In fact, this award is much broader in scope. It is not only for the living; but for those who did not live to see it. For Natasha Estemirova, who was kidnapped and killed in 2009. For Arseny Borisovich Roginsky, a dissident, political prisoner and one of Memorial’s founders, who died in 2017. And another political prisoner, the long-time chair of the Russian Memorial, Sergei Adamovich Kovalev, who died last year. And Sergei Kovalev’s friend Andrei Dmitrievich Sakharov, one of Memorial’s first three co-chairs.
This award is for the entire movement and the entire community. There are also Memorial organisations outside of Russia, and that includes in Ukraine too.
There was much criticism of the Nobel Committee, which awarded the Peace Prize to people from three warring countries. Others said it was not the countries that got the prize, but specific individuals. What do you yourself think?
The question itself is flawed: there are no ‘serfs’ here. These people and organizations are not representatives of countries, that is, of states. Ales Bialiatski is not Lukashenko’s man. Just as Memorial, which is also a ‘foreign agent,’ is not a representative of Putin. Civil society is not divided by borders.
We, the Memorial Human Rights Centre, have been working for many years with both Viasna and the Centre for Civil Liberties. We are members of the same International Federation for Human Rights – FIDH. It would be strange to divide us by place of residence on the basis of whose ‘serf’ you are: ‘And whose will you be?’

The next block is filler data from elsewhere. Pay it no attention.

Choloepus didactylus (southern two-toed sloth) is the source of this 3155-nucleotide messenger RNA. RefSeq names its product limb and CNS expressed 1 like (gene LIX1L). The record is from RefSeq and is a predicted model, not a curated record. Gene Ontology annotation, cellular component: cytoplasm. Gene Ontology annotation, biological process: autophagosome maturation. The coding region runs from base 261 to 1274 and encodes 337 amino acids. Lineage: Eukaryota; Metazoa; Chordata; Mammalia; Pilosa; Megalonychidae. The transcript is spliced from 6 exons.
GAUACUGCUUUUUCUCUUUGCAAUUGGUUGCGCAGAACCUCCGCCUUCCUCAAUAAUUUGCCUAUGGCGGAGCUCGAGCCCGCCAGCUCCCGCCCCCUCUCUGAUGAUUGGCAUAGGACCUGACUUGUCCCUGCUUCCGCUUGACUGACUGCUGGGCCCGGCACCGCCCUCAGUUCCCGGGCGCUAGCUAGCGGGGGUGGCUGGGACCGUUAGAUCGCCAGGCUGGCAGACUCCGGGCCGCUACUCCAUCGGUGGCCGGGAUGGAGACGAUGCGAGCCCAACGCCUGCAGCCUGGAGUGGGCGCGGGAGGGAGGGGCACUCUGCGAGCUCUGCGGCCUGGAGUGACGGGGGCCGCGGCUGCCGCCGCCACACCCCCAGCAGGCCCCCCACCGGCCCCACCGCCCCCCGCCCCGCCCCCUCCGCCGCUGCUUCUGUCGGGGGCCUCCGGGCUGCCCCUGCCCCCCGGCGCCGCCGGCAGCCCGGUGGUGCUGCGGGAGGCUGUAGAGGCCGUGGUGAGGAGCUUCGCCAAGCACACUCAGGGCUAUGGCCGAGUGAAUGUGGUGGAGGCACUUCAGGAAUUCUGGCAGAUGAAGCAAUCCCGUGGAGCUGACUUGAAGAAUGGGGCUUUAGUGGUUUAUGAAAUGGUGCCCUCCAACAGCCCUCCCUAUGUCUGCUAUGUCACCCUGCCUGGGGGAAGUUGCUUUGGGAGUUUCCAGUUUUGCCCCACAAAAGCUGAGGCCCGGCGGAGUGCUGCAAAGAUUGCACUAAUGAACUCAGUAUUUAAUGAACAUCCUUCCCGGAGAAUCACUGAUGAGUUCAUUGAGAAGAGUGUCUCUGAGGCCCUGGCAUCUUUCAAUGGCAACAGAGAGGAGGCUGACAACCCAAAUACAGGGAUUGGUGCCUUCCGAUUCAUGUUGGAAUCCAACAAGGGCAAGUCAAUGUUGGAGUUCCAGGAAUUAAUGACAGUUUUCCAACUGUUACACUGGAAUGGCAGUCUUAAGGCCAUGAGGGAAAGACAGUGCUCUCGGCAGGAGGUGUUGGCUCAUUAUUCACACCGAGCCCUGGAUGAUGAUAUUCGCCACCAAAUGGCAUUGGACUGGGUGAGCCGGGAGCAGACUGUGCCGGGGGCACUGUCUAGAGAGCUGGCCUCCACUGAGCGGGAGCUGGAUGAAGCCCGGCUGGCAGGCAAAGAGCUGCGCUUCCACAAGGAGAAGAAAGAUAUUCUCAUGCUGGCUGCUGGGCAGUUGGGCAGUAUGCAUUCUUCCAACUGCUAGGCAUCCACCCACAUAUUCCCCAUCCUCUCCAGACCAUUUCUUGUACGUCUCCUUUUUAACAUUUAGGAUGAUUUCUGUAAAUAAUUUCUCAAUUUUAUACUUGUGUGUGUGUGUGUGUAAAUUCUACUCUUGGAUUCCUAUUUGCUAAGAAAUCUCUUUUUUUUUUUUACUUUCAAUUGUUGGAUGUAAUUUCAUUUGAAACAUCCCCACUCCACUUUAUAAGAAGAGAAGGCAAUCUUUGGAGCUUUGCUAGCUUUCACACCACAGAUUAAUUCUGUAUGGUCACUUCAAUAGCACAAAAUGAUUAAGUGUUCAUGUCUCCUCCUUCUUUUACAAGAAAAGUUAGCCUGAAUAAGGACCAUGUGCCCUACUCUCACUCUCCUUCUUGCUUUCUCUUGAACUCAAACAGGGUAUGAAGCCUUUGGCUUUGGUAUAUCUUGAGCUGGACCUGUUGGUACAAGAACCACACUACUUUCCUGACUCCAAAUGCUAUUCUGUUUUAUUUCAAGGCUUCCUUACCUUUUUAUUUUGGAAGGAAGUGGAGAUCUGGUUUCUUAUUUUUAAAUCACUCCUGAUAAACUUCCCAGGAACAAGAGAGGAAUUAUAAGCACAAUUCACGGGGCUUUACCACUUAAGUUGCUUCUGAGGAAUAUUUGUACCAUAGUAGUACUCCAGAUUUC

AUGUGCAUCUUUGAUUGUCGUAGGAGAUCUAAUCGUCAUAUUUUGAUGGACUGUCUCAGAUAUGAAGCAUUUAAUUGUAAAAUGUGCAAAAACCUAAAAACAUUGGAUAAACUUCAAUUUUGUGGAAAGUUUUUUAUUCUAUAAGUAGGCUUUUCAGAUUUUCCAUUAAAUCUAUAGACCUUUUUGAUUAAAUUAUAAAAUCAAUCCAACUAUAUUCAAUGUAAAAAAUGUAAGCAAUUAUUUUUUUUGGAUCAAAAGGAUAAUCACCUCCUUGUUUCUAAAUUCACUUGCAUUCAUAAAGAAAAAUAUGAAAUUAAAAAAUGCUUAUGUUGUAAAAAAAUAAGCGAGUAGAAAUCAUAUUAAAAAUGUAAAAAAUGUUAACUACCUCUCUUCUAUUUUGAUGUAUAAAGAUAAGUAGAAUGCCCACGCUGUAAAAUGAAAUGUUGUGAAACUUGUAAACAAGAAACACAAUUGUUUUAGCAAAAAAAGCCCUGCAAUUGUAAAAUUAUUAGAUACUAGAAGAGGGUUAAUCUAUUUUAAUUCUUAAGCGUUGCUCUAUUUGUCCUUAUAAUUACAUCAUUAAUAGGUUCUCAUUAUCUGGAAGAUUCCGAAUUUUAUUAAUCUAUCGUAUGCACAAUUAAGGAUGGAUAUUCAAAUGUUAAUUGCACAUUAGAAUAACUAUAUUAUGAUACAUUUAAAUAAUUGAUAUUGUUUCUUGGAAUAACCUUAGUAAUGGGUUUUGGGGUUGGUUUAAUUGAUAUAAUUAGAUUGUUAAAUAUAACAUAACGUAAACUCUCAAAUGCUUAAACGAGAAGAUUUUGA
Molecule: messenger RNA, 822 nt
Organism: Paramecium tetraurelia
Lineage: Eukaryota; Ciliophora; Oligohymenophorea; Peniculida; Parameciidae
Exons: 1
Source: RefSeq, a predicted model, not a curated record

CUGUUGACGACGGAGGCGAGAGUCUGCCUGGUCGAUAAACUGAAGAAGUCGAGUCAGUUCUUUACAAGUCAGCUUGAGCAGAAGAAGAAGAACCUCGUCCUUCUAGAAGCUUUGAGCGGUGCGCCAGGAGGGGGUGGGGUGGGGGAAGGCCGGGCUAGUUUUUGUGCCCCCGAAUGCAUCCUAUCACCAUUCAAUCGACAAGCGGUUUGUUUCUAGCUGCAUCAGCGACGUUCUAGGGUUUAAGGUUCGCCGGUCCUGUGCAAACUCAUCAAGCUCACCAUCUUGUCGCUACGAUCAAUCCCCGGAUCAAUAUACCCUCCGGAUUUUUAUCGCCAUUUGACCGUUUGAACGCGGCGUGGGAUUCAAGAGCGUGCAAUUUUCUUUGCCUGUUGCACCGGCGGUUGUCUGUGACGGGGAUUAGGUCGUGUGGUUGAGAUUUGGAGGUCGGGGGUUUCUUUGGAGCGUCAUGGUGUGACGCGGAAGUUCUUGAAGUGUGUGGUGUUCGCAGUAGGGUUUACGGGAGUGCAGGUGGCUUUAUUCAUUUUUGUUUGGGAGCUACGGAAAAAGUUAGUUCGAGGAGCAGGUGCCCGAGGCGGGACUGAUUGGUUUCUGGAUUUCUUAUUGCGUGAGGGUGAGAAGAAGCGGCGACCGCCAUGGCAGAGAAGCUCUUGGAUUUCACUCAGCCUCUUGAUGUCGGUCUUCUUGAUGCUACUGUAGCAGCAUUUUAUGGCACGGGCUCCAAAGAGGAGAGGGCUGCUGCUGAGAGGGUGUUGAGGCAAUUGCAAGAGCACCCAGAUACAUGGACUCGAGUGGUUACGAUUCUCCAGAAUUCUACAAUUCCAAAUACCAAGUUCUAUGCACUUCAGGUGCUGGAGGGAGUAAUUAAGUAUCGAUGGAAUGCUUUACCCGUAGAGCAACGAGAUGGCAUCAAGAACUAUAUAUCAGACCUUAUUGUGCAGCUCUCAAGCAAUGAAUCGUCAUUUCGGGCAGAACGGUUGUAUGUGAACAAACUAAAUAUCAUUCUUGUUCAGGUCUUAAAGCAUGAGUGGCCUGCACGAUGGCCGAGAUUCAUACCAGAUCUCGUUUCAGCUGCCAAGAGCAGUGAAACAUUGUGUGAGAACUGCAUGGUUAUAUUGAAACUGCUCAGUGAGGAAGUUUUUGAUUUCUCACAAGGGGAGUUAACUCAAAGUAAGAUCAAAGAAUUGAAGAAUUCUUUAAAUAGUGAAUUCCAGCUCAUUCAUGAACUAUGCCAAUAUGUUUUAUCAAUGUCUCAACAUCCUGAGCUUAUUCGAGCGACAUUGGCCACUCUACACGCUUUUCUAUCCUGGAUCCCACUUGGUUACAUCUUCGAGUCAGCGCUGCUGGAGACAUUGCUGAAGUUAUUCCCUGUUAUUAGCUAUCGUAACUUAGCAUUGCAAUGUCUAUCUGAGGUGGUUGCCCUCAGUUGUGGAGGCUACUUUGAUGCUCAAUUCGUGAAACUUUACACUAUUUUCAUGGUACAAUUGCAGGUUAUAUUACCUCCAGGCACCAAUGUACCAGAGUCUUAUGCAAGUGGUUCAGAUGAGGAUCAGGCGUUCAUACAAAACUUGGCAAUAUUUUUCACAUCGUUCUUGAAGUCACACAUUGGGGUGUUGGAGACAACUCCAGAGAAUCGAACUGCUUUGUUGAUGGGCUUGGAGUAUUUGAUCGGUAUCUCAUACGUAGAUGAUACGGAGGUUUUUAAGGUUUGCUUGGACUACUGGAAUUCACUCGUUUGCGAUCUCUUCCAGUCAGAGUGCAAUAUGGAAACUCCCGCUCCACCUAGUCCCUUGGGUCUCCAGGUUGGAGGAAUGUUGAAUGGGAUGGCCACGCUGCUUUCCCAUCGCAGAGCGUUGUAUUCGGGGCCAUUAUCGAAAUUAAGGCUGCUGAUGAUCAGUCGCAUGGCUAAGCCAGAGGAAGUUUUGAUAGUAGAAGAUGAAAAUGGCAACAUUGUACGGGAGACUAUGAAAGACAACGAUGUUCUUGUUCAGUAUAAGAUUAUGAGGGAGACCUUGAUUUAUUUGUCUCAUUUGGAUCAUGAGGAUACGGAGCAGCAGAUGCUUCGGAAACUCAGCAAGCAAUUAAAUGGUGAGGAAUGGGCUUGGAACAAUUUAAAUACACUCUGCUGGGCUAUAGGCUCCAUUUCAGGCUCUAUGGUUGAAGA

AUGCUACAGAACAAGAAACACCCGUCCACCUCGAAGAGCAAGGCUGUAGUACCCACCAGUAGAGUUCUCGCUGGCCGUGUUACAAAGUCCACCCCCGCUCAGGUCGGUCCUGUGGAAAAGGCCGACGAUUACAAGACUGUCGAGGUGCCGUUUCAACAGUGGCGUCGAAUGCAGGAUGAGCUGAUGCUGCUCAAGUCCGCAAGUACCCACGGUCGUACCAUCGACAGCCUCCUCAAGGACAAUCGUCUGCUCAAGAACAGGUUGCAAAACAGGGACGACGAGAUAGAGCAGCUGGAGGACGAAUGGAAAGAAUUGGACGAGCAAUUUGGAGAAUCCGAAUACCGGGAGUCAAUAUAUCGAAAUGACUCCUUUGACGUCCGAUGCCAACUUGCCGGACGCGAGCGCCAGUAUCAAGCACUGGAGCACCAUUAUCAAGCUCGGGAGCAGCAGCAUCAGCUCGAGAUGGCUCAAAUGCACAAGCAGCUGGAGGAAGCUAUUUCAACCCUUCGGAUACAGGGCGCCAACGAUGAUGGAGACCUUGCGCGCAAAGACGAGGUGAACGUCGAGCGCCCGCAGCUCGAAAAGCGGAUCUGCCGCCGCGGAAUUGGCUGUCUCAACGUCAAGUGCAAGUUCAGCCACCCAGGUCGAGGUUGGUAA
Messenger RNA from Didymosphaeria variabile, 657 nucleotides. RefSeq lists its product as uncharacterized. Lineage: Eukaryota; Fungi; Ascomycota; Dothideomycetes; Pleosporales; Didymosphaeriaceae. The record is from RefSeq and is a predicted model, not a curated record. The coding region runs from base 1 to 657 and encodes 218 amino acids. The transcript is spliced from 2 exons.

Such talk has gone on because, in fact, war divides not only states, but societies as well. This, unfortunately, is an objective reality. The question is how can these three organizations correctly receive the prize. But we are already moving on from the event to everyday life. Everyday life is complicated here. And the event is important: for the second year, the Nobel Peace Prize goes to Eastern Europe.
On the reasons for the liquidation of Memorial
Do you think confiscating Memorial’s office and property is revenge for the Nobel Prize or just a coincidence?
Both of these were long procedures: the Nobel prize takes almost a year, and the attack on us took even longer.
Both decisions – to award the prize and to confiscate our office – also coincided with the anniversary of Anna Politkovskaya’s death. They also coincided with one other event (Vladimir Putin’s birthday – Bumaga), but we did not celebrate that.
When the news reached the judge – that something had gone wrong – it embarrassed her and the secretary of the court, but not for long. In the end, our ‘most independent’ court decided, quite independently, to confiscate both our premises and our money.